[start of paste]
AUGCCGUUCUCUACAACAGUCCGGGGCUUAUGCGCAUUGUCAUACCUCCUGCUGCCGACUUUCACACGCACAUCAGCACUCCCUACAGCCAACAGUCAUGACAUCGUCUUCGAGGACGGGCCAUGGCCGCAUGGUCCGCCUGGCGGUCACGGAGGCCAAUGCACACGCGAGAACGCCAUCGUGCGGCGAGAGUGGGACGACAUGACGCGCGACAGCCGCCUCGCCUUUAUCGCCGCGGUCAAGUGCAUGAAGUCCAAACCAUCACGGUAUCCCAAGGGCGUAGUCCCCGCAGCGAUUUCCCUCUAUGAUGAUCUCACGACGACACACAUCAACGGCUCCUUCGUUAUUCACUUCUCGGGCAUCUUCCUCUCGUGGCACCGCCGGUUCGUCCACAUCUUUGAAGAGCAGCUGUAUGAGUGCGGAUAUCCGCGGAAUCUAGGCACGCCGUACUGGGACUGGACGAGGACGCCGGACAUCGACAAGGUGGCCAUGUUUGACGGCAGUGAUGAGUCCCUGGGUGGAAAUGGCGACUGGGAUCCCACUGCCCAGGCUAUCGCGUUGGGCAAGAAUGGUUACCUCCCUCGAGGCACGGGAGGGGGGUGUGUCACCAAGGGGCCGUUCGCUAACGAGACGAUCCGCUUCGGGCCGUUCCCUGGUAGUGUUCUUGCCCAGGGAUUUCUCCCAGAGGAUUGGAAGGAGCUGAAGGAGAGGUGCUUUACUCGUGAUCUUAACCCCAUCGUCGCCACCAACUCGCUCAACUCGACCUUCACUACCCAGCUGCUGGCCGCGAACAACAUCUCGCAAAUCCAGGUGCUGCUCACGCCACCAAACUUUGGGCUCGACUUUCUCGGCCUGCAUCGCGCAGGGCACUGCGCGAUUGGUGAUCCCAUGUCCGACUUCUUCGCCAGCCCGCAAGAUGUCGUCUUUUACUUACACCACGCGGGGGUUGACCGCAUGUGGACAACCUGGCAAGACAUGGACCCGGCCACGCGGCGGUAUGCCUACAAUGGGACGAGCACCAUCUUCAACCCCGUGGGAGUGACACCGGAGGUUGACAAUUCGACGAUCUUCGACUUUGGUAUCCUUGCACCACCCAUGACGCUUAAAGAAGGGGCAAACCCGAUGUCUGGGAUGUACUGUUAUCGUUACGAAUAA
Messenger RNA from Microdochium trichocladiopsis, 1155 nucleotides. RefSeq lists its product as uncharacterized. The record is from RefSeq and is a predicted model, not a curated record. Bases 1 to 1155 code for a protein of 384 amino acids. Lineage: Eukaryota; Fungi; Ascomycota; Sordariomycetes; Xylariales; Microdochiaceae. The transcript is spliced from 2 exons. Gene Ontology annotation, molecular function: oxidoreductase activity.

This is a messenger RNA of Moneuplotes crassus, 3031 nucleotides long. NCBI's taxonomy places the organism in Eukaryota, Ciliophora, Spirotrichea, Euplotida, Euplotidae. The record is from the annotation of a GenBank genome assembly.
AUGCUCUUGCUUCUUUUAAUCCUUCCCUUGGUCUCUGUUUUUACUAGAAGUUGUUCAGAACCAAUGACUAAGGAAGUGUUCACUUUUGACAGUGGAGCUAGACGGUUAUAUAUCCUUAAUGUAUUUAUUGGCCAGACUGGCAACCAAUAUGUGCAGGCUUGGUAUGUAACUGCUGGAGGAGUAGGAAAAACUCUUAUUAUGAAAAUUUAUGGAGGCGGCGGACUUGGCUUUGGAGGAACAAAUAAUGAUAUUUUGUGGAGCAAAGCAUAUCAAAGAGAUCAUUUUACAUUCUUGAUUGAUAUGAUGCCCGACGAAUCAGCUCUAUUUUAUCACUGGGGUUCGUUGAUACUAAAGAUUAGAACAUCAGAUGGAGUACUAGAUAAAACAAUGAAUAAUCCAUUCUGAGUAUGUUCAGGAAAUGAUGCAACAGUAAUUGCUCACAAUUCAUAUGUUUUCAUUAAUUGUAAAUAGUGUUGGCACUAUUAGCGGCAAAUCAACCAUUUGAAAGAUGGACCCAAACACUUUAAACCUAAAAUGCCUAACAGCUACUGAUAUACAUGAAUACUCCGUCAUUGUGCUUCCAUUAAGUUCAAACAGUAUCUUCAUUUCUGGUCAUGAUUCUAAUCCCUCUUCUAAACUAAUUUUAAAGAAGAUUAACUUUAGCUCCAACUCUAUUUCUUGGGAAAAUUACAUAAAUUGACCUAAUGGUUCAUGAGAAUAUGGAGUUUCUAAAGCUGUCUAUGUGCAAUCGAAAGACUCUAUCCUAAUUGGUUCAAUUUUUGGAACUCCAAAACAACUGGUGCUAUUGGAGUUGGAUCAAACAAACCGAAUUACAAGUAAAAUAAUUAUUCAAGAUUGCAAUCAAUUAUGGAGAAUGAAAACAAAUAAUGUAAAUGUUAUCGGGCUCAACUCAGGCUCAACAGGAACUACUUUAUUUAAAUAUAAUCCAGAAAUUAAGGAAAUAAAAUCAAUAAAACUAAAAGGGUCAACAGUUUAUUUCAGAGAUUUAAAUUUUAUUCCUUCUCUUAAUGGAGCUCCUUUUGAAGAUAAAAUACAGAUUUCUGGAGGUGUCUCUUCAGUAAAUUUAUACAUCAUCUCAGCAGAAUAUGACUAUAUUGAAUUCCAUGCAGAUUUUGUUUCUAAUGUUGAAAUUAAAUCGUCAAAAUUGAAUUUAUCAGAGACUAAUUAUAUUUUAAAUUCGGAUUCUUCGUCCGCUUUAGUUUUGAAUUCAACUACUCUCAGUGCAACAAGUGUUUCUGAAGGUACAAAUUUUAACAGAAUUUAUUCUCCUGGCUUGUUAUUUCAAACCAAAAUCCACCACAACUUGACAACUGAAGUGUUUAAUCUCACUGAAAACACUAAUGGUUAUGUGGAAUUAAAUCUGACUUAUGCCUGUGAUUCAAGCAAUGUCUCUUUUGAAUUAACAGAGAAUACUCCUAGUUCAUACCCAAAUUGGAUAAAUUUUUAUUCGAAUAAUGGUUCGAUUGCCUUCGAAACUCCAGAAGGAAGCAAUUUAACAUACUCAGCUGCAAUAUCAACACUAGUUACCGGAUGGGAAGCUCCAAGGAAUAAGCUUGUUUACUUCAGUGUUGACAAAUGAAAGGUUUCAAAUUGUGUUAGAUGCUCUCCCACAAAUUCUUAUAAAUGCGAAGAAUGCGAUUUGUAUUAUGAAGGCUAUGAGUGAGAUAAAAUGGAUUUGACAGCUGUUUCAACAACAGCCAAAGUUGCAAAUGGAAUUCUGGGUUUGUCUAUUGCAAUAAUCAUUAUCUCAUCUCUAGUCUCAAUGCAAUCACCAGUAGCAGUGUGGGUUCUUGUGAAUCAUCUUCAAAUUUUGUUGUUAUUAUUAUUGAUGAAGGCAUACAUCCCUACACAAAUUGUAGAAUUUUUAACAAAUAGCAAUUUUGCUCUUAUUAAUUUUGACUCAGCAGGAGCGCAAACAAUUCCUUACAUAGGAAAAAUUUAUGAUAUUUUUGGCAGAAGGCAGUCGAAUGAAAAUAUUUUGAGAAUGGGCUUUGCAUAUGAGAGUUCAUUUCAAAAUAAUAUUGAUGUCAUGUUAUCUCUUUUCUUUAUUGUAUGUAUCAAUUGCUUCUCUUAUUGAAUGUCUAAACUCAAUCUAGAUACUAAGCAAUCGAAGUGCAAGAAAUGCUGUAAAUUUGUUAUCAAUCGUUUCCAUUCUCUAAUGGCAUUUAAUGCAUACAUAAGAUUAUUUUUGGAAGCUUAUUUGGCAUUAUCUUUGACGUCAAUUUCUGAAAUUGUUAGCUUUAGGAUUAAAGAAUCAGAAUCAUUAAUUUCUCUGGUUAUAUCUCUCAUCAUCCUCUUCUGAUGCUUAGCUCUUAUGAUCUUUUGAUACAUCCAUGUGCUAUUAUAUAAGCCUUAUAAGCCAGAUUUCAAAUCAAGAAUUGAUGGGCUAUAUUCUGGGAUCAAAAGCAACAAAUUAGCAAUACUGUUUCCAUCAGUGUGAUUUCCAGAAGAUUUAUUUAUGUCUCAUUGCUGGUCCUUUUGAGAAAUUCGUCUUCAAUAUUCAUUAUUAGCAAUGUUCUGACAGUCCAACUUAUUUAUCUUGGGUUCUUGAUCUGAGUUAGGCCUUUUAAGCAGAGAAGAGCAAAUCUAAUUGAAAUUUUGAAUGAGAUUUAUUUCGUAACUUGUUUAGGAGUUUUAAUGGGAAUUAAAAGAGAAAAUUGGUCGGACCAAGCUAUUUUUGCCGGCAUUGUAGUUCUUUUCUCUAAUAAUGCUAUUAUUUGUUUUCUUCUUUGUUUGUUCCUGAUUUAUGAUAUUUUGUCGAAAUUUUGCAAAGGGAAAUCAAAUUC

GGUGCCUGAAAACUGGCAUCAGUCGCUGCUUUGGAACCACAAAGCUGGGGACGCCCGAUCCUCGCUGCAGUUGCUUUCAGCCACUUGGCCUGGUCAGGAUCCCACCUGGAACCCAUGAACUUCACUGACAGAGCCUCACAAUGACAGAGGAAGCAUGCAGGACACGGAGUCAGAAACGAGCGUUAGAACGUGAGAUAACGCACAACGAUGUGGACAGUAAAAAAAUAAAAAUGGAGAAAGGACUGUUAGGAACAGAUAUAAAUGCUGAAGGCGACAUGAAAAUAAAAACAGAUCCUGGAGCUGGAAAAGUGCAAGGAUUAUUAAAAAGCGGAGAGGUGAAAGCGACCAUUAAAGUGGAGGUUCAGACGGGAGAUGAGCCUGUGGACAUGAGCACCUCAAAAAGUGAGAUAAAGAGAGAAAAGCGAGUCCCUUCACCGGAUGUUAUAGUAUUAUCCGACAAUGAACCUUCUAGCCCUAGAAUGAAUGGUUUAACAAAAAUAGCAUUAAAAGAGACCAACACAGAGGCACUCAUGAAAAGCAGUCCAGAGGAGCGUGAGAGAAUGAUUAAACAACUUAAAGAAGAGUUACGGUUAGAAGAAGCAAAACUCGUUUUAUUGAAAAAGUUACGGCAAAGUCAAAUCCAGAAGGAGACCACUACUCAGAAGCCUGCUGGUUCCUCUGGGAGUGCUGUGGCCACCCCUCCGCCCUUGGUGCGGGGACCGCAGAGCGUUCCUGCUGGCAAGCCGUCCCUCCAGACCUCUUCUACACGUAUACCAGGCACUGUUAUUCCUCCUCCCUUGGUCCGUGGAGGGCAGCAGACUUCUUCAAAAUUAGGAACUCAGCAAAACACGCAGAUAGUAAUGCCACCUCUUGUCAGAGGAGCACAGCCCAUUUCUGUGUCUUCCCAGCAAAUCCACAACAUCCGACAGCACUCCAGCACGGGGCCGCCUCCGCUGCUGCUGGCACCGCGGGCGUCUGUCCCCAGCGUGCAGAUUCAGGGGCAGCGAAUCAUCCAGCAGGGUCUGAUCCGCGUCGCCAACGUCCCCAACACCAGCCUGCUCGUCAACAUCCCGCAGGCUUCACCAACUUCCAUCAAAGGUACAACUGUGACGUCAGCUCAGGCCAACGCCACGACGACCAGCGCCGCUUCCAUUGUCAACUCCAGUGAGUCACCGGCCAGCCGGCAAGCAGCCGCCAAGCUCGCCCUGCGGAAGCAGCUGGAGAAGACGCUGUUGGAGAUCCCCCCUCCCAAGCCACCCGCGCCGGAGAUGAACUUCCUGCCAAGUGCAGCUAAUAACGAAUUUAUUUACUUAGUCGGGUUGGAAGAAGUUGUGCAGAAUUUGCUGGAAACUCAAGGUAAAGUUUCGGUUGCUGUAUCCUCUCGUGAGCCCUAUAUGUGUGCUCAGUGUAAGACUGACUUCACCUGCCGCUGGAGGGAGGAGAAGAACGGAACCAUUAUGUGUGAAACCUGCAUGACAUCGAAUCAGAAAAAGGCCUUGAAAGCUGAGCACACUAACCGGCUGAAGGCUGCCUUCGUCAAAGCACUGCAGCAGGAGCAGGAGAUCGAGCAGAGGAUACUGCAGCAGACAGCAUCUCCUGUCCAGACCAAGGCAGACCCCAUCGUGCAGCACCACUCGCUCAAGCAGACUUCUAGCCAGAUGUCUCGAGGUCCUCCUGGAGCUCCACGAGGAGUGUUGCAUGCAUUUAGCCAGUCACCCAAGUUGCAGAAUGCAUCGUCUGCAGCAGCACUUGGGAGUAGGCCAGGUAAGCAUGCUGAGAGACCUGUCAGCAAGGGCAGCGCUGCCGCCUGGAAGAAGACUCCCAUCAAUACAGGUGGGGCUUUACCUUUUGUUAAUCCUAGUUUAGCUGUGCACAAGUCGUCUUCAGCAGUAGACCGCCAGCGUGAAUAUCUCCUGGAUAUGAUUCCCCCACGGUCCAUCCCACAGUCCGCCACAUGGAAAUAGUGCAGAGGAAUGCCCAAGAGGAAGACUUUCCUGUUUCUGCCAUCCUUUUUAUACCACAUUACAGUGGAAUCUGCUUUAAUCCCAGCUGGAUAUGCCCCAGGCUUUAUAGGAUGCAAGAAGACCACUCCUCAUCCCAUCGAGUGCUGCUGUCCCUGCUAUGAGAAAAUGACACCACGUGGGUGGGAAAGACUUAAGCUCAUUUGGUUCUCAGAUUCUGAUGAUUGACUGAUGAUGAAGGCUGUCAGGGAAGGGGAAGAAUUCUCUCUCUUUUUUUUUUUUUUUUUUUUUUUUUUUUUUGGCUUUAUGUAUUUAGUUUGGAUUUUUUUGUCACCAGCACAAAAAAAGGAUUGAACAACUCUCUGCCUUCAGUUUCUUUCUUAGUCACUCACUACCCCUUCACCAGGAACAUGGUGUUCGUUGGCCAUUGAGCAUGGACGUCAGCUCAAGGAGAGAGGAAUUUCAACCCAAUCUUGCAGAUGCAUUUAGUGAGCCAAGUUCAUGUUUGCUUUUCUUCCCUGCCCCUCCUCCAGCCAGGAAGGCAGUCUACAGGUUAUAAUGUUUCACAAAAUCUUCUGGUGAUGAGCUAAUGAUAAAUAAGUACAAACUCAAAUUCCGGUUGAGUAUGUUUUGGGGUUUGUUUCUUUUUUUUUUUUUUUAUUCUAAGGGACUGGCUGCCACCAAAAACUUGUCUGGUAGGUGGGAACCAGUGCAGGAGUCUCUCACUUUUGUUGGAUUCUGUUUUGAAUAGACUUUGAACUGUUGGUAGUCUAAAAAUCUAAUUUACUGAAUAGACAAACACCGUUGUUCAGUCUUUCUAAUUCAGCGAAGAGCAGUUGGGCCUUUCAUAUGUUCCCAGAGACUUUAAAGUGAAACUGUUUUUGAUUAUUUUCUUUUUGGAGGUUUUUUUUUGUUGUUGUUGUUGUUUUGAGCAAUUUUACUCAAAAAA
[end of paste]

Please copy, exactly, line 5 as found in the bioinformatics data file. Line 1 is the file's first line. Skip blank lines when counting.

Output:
GGUGCCUGAAAACUGGCAUCAGUCGCUGCUUUGGAACCACAAAGCUGGGGACGCCCGAUCCUCGCUGCAGUUGCUUUCAGCCACUUGGCCUGGUCAGGAUCCCACCUGGAACCCAUGAACUUCACUGACAGAGCCUCACAAUGACAGAGGAAGCAUGCAGGACACGGAGUCAGAAACGAGCGUUAGAACGUGAGAUAACGCACAACGAUGUGGACAGUAAAAAAAUAAAAAUGGAGAAAGGACUGUUAGGAACAGAUAUAAAUGCUGAAGGCGACAUGAAAAUAAAAACAGAUCCUGGAGCUGGAAAAGUGCAAGGAUUAUUAAAAAGCGGAGAGGUGAAAGCGACCAUUAAAGUGGAGGUUCAGACGGGAGAUGAGCCUGUGGACAUGAGCACCUCAAAAAGUGAGAUAAAGAGAGAAAAGCGAGUCCCUUCACCGGAUGUUAUAGUAUUAUCCGACAAUGAACCUUCUAGCCCUAGAAUGAAUGGUUUAACAAAAAUAGCAUUAAAAGAGACCAACACAGAGGCACUCAUGAAAAGCAGUCCAGAGGAGCGUGAGAGAAUGAUUAAACAACUUAAAGAAGAGUUACGGUUAGAAGAAGCAAAACUCGUUUUAUUGAAAAAGUUACGGCAAAGUCAAAUCCAGAAGGAGACCACUACUCAGAAGCCUGCUGGUUCCUCUGGGAGUGCUGUGGCCACCCCUCCGCCCUUGGUGCGGGGACCGCAGAGCGUUCCUGCUGGCAAGCCGUCCCUCCAGACCUCUUCUACACGUAUACCAGGCACUGUUAUUCCUCCUCCCUUGGUCCGUGGAGGGCAGCAGACUUCUUCAAAAUUAGGAACUCAGCAAAACACGCAGAUAGUAAUGCCACCUCUUGUCAGAGGAGCACAGCCCAUUUCUGUGUCUUCCCAGCAAAUCCACAACAUCCGACAGCACUCCAGCACGGGGCCGCCUCCGCUGCUGCUGGCACCGCGGGCGUCUGUCCCCAGCGUGCAGAUUCAGGGGCAGCGAAUCAUCCAGCAGGGUCUGAUCCGCGUCGCCAACGUCCCCAACACCAGCCUGCUCGUCAACAUCCCGCAGGCUUCACCAACUUCCAUCAAAGGUACAACUGUGACGUCAGCUCAGGCCAACGCCACGACGACCAGCGCCGCUUCCAUUGUCAACUCCAGUGAGUCACCGGCCAGCCGGCAAGCAGCCGCCAAGCUCGCCCUGCGGAAGCAGCUGGAGAAGACGCUGUUGGAGAUCCCCCCUCCCAAGCCACCCGCGCCGGAGAUGAACUUCCUGCCAAGUGCAGCUAAUAACGAAUUUAUUUACUUAGUCGGGUUGGAAGAAGUUGUGCAGAAUUUGCUGGAAACUCAAGGUAAAGUUUCGGUUGCUGUAUCCUCUCGUGAGCCCUAUAUGUGUGCUCAGUGUAAGACUGACUUCACCUGCCGCUGGAGGGAGGAGAAGAACGGAACCAUUAUGUGUGAAACCUGCAUGACAUCGAAUCAGAAAAAGGCCUUGAAAGCUGAGCACACUAACCGGCUGAAGGCUGCCUUCGUCAAAGCACUGCAGCAGGAGCAGGAGAUCGAGCAGAGGAUACUGCAGCAGACAGCAUCUCCUGUCCAGACCAAGGCAGACCCCAUCGUGCAGCACCACUCGCUCAAGCAGACUUCUAGCCAGAUGUCUCGAGGUCCUCCUGGAGCUCCACGAGGAGUGUUGCAUGCAUUUAGCCAGUCACCCAAGUUGCAGAAUGCAUCGUCUGCAGCAGCACUUGGGAGUAGGCCAGGUAAGCAUGCUGAGAGACCUGUCAGCAAGGGCAGCGCUGCCGCCUGGAAGAAGACUCCCAUCAAUACAGGUGGGGCUUUACCUUUUGUUAAUCCUAGUUUAGCUGUGCACAAGUCGUCUUCAGCAGUAGACCGCCAGCGUGAAUAUCUCCUGGAUAUGAUUCCCCCACGGUCCAUCCCACAGUCCGCCACAUGGAAAUAGUGCAGAGGAAUGCCCAAGAGGAAGACUUUCCUGUUUCUGCCAUCCUUUUUAUACCACAUUACAGUGGAAUCUGCUUUAAUCCCAGCUGGAUAUGCCCCAGGCUUUAUAGGAUGCAAGAAGACCACUCCUCAUCCCAUCGAGUGCUGCUGUCCCUGCUAUGAGAAAAUGACACCACGUGGGUGGGAAAGACUUAAGCUCAUUUGGUUCUCAGAUUCUGAUGAUUGACUGAUGAUGAAGGCUGUCAGGGAAGGGGAAGAAUUCUCUCUCUUUUUUUUUUUUUUUUUUUUUUUUUUUUUUGGCUUUAUGUAUUUAGUUUGGAUUUUUUUGUCACCAGCACAAAAAAAGGAUUGAACAACUCUCUGCCUUCAGUUUCUUUCUUAGUCACUCACUACCCCUUCACCAGGAACAUGGUGUUCGUUGGCCAUUGAGCAUGGACGUCAGCUCAAGGAGAGAGGAAUUUCAACCCAAUCUUGCAGAUGCAUUUAGUGAGCCAAGUUCAUGUUUGCUUUUCUUCCCUGCCCCUCCUCCAGCCAGGAAGGCAGUCUACAGGUUAUAAUGUUUCACAAAAUCUUCUGGUGAUGAGCUAAUGAUAAAUAAGUACAAACUCAAAUUCCGGUUGAGUAUGUUUUGGGGUUUGUUUCUUUUUUUUUUUUUUUAUUCUAAGGGACUGGCUGCCACCAAAAACUUGUCUGGUAGGUGGGAACCAGUGCAGGAGUCUCUCACUUUUGUUGGAUUCUGUUUUGAAUAGACUUUGAACUGUUGGUAGUCUAAAAAUCUAAUUUACUGAAUAGACAAACACCGUUGUUCAGUCUUUCUAAUUCAGCGAAGAGCAGUUGGGCCUUUCAUAUGUUCCCAGAGACUUUAAAGUGAAACUGUUUUUGAUUAUUUUCUUUUUGGAGGUUUUUUUUUGUUGUUGUUGUUGUUUUGAGCAAUUUUACUCAAAAAA